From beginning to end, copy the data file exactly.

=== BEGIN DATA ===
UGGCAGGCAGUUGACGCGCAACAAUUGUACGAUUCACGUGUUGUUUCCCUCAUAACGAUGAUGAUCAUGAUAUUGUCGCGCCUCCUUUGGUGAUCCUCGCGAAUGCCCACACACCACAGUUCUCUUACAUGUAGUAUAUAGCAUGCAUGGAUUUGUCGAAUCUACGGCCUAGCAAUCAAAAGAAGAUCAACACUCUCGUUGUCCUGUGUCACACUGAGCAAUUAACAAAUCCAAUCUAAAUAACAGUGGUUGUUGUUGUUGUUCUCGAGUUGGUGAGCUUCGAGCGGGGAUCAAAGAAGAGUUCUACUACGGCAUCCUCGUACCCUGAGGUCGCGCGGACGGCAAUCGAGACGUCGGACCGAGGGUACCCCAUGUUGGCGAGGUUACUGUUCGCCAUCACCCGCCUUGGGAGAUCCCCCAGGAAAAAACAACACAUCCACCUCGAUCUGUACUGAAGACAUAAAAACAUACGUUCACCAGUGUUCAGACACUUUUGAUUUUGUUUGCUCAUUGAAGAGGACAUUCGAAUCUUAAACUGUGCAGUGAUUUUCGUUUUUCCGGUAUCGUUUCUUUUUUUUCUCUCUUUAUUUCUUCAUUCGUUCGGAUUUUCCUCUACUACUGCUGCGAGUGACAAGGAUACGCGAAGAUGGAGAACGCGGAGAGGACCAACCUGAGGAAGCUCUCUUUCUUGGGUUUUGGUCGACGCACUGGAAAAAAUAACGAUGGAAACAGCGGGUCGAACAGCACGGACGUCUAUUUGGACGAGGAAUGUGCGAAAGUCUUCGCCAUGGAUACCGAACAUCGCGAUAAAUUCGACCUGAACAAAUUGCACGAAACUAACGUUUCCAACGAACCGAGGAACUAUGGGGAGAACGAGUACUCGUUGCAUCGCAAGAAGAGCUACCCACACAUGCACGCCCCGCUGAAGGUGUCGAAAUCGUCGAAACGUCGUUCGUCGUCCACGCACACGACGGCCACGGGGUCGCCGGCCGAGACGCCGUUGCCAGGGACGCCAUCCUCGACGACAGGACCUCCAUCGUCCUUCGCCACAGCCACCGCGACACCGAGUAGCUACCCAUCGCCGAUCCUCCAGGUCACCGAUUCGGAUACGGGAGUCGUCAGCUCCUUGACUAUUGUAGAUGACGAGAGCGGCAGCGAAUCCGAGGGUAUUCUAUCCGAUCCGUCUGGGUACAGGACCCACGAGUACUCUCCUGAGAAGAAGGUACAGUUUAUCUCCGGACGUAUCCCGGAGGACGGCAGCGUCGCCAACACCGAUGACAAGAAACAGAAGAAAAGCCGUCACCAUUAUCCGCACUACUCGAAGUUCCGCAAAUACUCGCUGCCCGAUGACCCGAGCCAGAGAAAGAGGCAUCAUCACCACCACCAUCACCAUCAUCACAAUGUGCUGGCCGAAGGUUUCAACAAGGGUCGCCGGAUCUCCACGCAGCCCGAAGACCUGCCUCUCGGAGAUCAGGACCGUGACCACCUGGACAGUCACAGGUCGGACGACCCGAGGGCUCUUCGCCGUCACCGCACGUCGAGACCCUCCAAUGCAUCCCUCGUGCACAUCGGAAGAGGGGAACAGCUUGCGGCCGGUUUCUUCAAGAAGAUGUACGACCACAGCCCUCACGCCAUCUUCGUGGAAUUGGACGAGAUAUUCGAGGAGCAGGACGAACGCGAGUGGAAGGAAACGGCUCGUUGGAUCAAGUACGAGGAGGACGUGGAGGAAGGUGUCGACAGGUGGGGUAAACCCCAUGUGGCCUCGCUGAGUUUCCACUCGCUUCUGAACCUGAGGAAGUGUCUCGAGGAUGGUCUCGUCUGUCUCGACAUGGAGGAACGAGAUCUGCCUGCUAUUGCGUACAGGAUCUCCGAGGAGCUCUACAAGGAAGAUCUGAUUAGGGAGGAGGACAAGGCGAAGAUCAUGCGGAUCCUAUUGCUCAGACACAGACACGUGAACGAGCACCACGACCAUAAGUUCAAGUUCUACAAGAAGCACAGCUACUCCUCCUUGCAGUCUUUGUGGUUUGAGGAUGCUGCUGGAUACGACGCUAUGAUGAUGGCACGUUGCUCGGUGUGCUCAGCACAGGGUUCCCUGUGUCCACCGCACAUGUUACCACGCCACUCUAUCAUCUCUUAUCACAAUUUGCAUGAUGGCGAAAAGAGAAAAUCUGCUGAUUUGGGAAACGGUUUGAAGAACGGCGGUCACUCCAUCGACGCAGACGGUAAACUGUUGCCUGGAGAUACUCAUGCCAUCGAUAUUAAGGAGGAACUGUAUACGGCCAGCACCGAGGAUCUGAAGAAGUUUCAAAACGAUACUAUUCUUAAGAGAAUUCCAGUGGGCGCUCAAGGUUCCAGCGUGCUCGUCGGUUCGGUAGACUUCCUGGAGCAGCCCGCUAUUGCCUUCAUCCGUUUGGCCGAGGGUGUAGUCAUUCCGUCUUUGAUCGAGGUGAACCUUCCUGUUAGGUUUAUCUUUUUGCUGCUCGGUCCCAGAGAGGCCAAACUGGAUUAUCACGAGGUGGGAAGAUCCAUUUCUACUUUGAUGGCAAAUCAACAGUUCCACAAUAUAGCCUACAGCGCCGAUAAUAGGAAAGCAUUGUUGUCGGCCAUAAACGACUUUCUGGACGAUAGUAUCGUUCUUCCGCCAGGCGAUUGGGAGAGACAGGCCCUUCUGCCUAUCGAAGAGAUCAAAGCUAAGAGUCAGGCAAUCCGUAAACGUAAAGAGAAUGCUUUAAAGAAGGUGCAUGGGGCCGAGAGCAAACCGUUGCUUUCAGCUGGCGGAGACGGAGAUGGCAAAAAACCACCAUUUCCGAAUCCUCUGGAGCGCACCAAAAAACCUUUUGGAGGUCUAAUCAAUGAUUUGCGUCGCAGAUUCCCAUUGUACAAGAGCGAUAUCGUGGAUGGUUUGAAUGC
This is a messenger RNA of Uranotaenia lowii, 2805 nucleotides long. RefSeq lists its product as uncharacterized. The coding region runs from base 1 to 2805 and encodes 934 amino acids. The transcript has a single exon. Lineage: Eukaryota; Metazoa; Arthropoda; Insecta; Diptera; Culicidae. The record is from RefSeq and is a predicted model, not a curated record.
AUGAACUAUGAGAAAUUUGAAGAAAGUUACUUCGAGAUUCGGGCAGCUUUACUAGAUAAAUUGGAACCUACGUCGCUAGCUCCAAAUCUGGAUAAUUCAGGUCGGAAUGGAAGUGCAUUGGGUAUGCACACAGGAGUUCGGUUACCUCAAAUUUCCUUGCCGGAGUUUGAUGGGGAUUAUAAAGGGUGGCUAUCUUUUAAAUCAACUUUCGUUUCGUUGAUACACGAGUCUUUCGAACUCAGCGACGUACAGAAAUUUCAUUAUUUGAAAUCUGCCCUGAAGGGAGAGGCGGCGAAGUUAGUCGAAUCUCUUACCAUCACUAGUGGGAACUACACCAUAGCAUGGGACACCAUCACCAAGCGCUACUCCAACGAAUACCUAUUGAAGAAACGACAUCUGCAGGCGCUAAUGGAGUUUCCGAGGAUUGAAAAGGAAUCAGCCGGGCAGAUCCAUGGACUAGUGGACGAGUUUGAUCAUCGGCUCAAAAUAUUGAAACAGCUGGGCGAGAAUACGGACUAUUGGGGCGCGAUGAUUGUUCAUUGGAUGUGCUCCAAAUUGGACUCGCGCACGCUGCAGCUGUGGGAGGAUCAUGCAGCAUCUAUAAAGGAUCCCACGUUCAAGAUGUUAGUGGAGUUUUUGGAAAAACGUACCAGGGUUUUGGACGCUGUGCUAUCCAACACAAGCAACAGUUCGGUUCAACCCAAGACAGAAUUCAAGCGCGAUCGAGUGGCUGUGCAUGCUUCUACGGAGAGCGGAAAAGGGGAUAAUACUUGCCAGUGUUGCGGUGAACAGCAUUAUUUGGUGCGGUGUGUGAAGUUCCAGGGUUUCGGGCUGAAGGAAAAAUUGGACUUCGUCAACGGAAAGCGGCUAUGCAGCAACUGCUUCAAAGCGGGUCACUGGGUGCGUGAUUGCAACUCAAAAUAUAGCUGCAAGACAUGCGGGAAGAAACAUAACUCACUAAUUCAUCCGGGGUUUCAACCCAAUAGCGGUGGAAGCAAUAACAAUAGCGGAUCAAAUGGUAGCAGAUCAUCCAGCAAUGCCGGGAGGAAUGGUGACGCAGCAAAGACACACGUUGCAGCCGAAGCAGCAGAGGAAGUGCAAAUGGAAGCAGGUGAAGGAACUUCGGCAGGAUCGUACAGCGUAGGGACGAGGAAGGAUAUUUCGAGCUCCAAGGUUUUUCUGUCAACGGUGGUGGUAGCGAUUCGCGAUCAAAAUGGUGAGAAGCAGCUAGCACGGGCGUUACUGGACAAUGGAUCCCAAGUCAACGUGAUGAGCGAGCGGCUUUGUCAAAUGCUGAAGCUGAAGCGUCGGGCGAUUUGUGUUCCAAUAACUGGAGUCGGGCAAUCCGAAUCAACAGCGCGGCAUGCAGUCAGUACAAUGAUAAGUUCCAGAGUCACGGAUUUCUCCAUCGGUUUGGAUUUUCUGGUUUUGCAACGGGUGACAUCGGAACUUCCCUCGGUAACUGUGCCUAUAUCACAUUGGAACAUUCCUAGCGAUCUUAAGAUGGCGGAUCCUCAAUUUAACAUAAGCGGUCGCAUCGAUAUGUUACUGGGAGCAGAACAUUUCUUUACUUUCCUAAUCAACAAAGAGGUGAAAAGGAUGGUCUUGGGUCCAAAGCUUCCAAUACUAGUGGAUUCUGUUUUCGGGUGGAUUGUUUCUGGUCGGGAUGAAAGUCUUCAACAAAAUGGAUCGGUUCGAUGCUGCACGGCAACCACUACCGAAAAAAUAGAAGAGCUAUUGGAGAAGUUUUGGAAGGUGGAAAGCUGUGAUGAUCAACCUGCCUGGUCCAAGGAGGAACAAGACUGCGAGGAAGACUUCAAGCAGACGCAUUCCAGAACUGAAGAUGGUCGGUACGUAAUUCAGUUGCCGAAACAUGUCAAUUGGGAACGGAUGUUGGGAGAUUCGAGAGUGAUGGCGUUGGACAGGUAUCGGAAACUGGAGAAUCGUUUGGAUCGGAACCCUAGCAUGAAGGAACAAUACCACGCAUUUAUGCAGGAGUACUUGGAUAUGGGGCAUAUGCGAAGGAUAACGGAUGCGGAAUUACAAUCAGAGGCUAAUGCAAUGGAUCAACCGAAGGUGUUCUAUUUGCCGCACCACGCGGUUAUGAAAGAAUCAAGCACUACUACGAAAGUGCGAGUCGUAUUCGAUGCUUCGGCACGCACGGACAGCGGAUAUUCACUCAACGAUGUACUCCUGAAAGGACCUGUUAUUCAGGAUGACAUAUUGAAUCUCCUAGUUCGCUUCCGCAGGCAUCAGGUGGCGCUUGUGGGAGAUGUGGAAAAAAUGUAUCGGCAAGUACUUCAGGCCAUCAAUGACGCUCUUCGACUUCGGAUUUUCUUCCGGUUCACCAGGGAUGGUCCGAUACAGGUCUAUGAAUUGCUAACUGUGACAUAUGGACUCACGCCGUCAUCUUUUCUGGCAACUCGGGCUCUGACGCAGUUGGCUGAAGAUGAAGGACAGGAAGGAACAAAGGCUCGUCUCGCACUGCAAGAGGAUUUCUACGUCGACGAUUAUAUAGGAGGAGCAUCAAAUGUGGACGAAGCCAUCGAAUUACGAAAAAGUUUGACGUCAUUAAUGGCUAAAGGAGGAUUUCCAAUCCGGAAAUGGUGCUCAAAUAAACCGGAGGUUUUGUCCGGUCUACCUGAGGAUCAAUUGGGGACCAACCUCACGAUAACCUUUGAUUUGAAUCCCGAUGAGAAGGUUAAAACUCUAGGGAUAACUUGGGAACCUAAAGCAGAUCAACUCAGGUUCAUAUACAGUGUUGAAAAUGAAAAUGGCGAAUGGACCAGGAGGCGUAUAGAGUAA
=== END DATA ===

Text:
UGGCAGGCAGUUGACGCGCAACAAUUGUACGAUUCACGUGUUGUUUCCCUCAUAACGAUGAUGAUCAUGAUAUUGUCGCGCCUCCUUUGGUGAUCCUCGCGAAUGCCCACACACCACAGUUCUCUUACAUGUAGUAUAUAGCAUGCAUGGAUUUGUCGAAUCUACGGCCUAGCAAUCAAAAGAAGAUCAACACUCUCGUUGUCCUGUGUCACACUGAGCAAUUAACAAAUCCAAUCUAAAUAACAGUGGUUGUUGUUGUUGUUCUCGAGUUGGUGAGCUUCGAGCGGGGAUCAAAGAAGAGUUCUACUACGGCAUCCUCGUACCCUGAGGUCGCGCGGACGGCAAUCGAGACGUCGGACCGAGGGUACCCCAUGUUGGCGAGGUUACUGUUCGCCAUCACCCGCCUUGGGAGAUCCCCCAGGAAAAAACAACACAUCCACCUCGAUCUGUACUGAAGACAUAAAAACAUACGUUCACCAGUGUUCAGACACUUUUGAUUUUGUUUGCUCAUUGAAGAGGACAUUCGAAUCUUAAACUGUGCAGUGAUUUUCGUUUUUCCGGUAUCGUUUCUUUUUUUUCUCUCUUUAUUUCUUCAUUCGUUCGGAUUUUCCUCUACUACUGCUGCGAGUGACAAGGAUACGCGAAGAUGGAGAACGCGGAGAGGACCAACCUGAGGAAGCUCUCUUUCUUGGGUUUUGGUCGACGCACUGGAAAAAAUAACGAUGGAAACAGCGGGUCGAACAGCACGGACGUCUAUUUGGACGAGGAAUGUGCGAAAGUCUUCGCCAUGGAUACCGAACAUCGCGAUAAAUUCGACCUGAACAAAUUGCACGAAACUAACGUUUCCAACGAACCGAGGAACUAUGGGGAGAACGAGUACUCGUUGCAUCGCAAGAAGAGCUACCCACACAUGCACGCCCCGCUGAAGGUGUCGAAAUCGUCGAAACGUCGUUCGUCGUCCACGCACACGACGGCCACGGGGUCGCCGGCCGAGACGCCGUUGCCAGGGACGCCAUCCUCGACGACAGGACCUCCAUCGUCCUUCGCCACAGCCACCGCGACACCGAGUAGCUACCCAUCGCCGAUCCUCCAGGUCACCGAUUCGGAUACGGGAGUCGUCAGCUCCUUGACUAUUGUAGAUGACGAGAGCGGCAGCGAAUCCGAGGGUAUUCUAUCCGAUCCGUCUGGGUACAGGACCCACGAGUACUCUCCUGAGAAGAAGGUACAGUUUAUCUCCGGACGUAUCCCGGAGGACGGCAGCGUCGCCAACACCGAUGACAAGAAACAGAAGAAAAGCCGUCACCAUUAUCCGCACUACUCGAAGUUCCGCAAAUACUCGCUGCCCGAUGACCCGAGCCAGAGAAAGAGGCAUCAUCACCACCACCAUCACCAUCAUCACAAUGUGCUGGCCGAAGGUUUCAACAAGGGUCGCCGGAUCUCCACGCAGCCCGAAGACCUGCCUCUCGGAGAUCAGGACCGUGACCACCUGGACAGUCACAGGUCGGACGACCCGAGGGCUCUUCGCCGUCACCGCACGUCGAGACCCUCCAAUGCAUCCCUCGUGCACAUCGGAAGAGGGGAACAGCUUGCGGCCGGUUUCUUCAAGAAGAUGUACGACCACAGCCCUCACGCCAUCUUCGUGGAAUUGGACGAGAUAUUCGAGGAGCAGGACGAACGCGAGUGGAAGGAAACGGCUCGUUGGAUCAAGUACGAGGAGGACGUGGAGGAAGGUGUCGACAGGUGGGGUAAACCCCAUGUGGCCUCGCUGAGUUUCCACUCGCUUCUGAACCUGAGGAAGUGUCUCGAGGAUGGUCUCGUCUGUCUCGACAUGGAGGAACGAGAUCUGCCUGCUAUUGCGUACAGGAUCUCCGAGGAGCUCUACAAGGAAGAUCUGAUUAGGGAGGAGGACAAGGCGAAGAUCAUGCGGAUCCUAUUGCUCAGACACAGACACGUGAACGAGCACCACGACCAUAAGUUCAAGUUCUACAAGAAGCACAGCUACUCCUCCUUGCAGUCUUUGUGGUUUGAGGAUGCUGCUGGAUACGACGCUAUGAUGAUGGCACGUUGCUCGGUGUGCUCAGCACAGGGUUCCCUGUGUCCACCGCACAUGUUACCACGCCACUCUAUCAUCUCUUAUCACAAUUUGCAUGAUGGCGAAAAGAGAAAAUCUGCUGAUUUGGGAAACGGUUUGAAGAACGGCGGUCACUCCAUCGACGCAGACGGUAAACUGUUGCCUGGAGAUACUCAUGCCAUCGAUAUUAAGGAGGAACUGUAUACGGCCAGCACCGAGGAUCUGAAGAAGUUUCAAAACGAUACUAUUCUUAAGAGAAUUCCAGUGGGCGCUCAAGGUUCCAGCGUGCUCGUCGGUUCGGUAGACUUCCUGGAGCAGCCCGCUAUUGCCUUCAUCCGUUUGGCCGAGGGUGUAGUCAUUCCGUCUUUGAUCGAGGUGAACCUUCCUGUUAGGUUUAUCUUUUUGCUGCUCGGUCCCAGAGAGGCCAAACUGGAUUAUCACGAGGUGGGAAGAUCCAUUUCUACUUUGAUGGCAAAUCAACAGUUCCACAAUAUAGCCUACAGCGCCGAUAAUAGGAAAGCAUUGUUGUCGGCCAUAAACGACUUUCUGGACGAUAGUAUCGUUCUUCCGCCAGGCGAUUGGGAGAGACAGGCCCUUCUGCCUAUCGAAGAGAUCAAAGCUAAGAGUCAGGCAAUCCGUAAACGUAAAGAGAAUGCUUUAAAGAAGGUGCAUGGGGCCGAGAGCAAACCGUUGCUUUCAGCUGGCGGAGACGGAGAUGGCAAAAAACCACCAUUUCCGAAUCCUCUGGAGCGCACCAAAAAACCUUUUGGAGGUCUAAUCAAUGAUUUGCGUCGCAGAUUCCCAUUGUACAAGAGCGAUAUCGUGGAUGGUUUGAAUGC
This is a messenger RNA of Uranotaenia lowii, 2805 nucleotides long. RefSeq lists its product as uncharacterized. The coding region runs from base 1 to 2805 and encodes 934 amino acids. The transcript has a single exon. Lineage: Eukaryota; Metazoa; Arthropoda; Insecta; Diptera; Culicidae. The record is from RefSeq and is a predicted model, not a curated record.
AUGAACUAUGAGAAAUUUGAAGAAAGUUACUUCGAGAUUCGGGCAGCUUUACUAGAUAAAUUGGAACCUACGUCGCUAGCUCCAAAUCUGGAUAAUUCAGGUCGGAAUGGAAGUGCAUUGGGUAUGCACACAGGAGUUCGGUUACCUCAAAUUUCCUUGCCGGAGUUUGAUGGGGAUUAUAAAGGGUGGCUAUCUUUUAAAUCAACUUUCGUUUCGUUGAUACACGAGUCUUUCGAACUCAGCGACGUACAGAAAUUUCAUUAUUUGAAAUCUGCCCUGAAGGGAGAGGCGGCGAAGUUAGUCGAAUCUCUUACCAUCACUAGUGGGAACUACACCAUAGCAUGGGACACCAUCACCAAGCGCUACUCCAACGAAUACCUAUUGAAGAAACGACAUCUGCAGGCGCUAAUGGAGUUUCCGAGGAUUGAAAAGGAAUCAGCCGGGCAGAUCCAUGGACUAGUGGACGAGUUUGAUCAUCGGCUCAAAAUAUUGAAACAGCUGGGCGAGAAUACGGACUAUUGGGGCGCGAUGAUUGUUCAUUGGAUGUGCUCCAAAUUGGACUCGCGCACGCUGCAGCUGUGGGAGGAUCAUGCAGCAUCUAUAAAGGAUCCCACGUUCAAGAUGUUAGUGGAGUUUUUGGAAAAACGUACCAGGGUUUUGGACGCUGUGCUAUCCAACACAAGCAACAGUUCGGUUCAACCCAAGACAGAAUUCAAGCGCGAUCGAGUGGCUGUGCAUGCUUCUACGGAGAGCGGAAAAGGGGAUAAUACUUGCCAGUGUUGCGGUGAACAGCAUUAUUUGGUGCGGUGUGUGAAGUUCCAGGGUUUCGGGCUGAAGGAAAAAUUGGACUUCGUCAACGGAAAGCGGCUAUGCAGCAACUGCUUCAAAGCGGGUCACUGGGUGCGUGAUUGCAACUCAAAAUAUAGCUGCAAGACAUGCGGGAAGAAACAUAACUCACUAAUUCAUCCGGGGUUUCAACCCAAUAGCGGUGGAAGCAAUAACAAUAGCGGAUCAAAUGGUAGCAGAUCAUCCAGCAAUGCCGGGAGGAAUGGUGACGCAGCAAAGACACACGUUGCAGCCGAAGCAGCAGAGGAAGUGCAAAUGGAAGCAGGUGAAGGAACUUCGGCAGGAUCGUACAGCGUAGGGACGAGGAAGGAUAUUUCGAGCUCCAAGGUUUUUCUGUCAACGGUGGUGGUAGCGAUUCGCGAUCAAAAUGGUGAGAAGCAGCUAGCACGGGCGUUACUGGACAAUGGAUCCCAAGUCAACGUGAUGAGCGAGCGGCUUUGUCAAAUGCUGAAGCUGAAGCGUCGGGCGAUUUGUGUUCCAAUAACUGGAGUCGGGCAAUCCGAAUCAACAGCGCGGCAUGCAGUCAGUACAAUGAUAAGUUCCAGAGUCACGGAUUUCUCCAUCGGUUUGGAUUUUCUGGUUUUGCAACGGGUGACAUCGGAACUUCCCUCGGUAACUGUGCCUAUAUCACAUUGGAACAUUCCUAGCGAUCUUAAGAUGGCGGAUCCUCAAUUUAACAUAAGCGGUCGCAUCGAUAUGUUACUGGGAGCAGAACAUUUCUUUACUUUCCUAAUCAACAAAGAGGUGAAAAGGAUGGUCUUGGGUCCAAAGCUUCCAAUACUAGUGGAUUCUGUUUUCGGGUGGAUUGUUUCUGGUCGGGAUGAAAGUCUUCAACAAAAUGGAUCGGUUCGAUGCUGCACGGCAACCACUACCGAAAAAAUAGAAGAGCUAUUGGAGAAGUUUUGGAAGGUGGAAAGCUGUGAUGAUCAACCUGCCUGGUCCAAGGAGGAACAAGACUGCGAGGAAGACUUCAAGCAGACGCAUUCCAGAACUGAAGAUGGUCGGUACGUAAUUCAGUUGCCGAAACAUGUCAAUUGGGAACGGAUGUUGGGAGAUUCGAGAGUGAUGGCGUUGGACAGGUAUCGGAAACUGGAGAAUCGUUUGGAUCGGAACCCUAGCAUGAAGGAACAAUACCACGCAUUUAUGCAGGAGUACUUGGAUAUGGGGCAUAUGCGAAGGAUAACGGAUGCGGAAUUACAAUCAGAGGCUAAUGCAAUGGAUCAACCGAAGGUGUUCUAUUUGCCGCACCACGCGGUUAUGAAAGAAUCAAGCACUACUACGAAAGUGCGAGUCGUAUUCGAUGCUUCGGCACGCACGGACAGCGGAUAUUCACUCAACGAUGUACUCCUGAAAGGACCUGUUAUUCAGGAUGACAUAUUGAAUCUCCUAGUUCGCUUCCGCAGGCAUCAGGUGGCGCUUGUGGGAGAUGUGGAAAAAAUGUAUCGGCAAGUACUUCAGGCCAUCAAUGACGCUCUUCGACUUCGGAUUUUCUUCCGGUUCACCAGGGAUGGUCCGAUACAGGUCUAUGAAUUGCUAACUGUGACAUAUGGACUCACGCCGUCAUCUUUUCUGGCAACUCGGGCUCUGACGCAGUUGGCUGAAGAUGAAGGACAGGAAGGAACAAAGGCUCGUCUCGCACUGCAAGAGGAUUUCUACGUCGACGAUUAUAUAGGAGGAGCAUCAAAUGUGGACGAAGCCAUCGAAUUACGAAAAAGUUUGACGUCAUUAAUGGCUAAAGGAGGAUUUCCAAUCCGGAAAUGGUGCUCAAAUAAACCGGAGGUUUUGUCCGGUCUACCUGAGGAUCAAUUGGGGACCAACCUCACGAUAACCUUUGAUUUGAAUCCCGAUGAGAAGGUUAAAACUCUAGGGAUAACUUGGGAACCUAAAGCAGAUCAACUCAGGUUCAUAUACAGUGUUGAAAAUGAAAAUGGCGAAUGGACCAGGAGGCGUAUAGAGUAA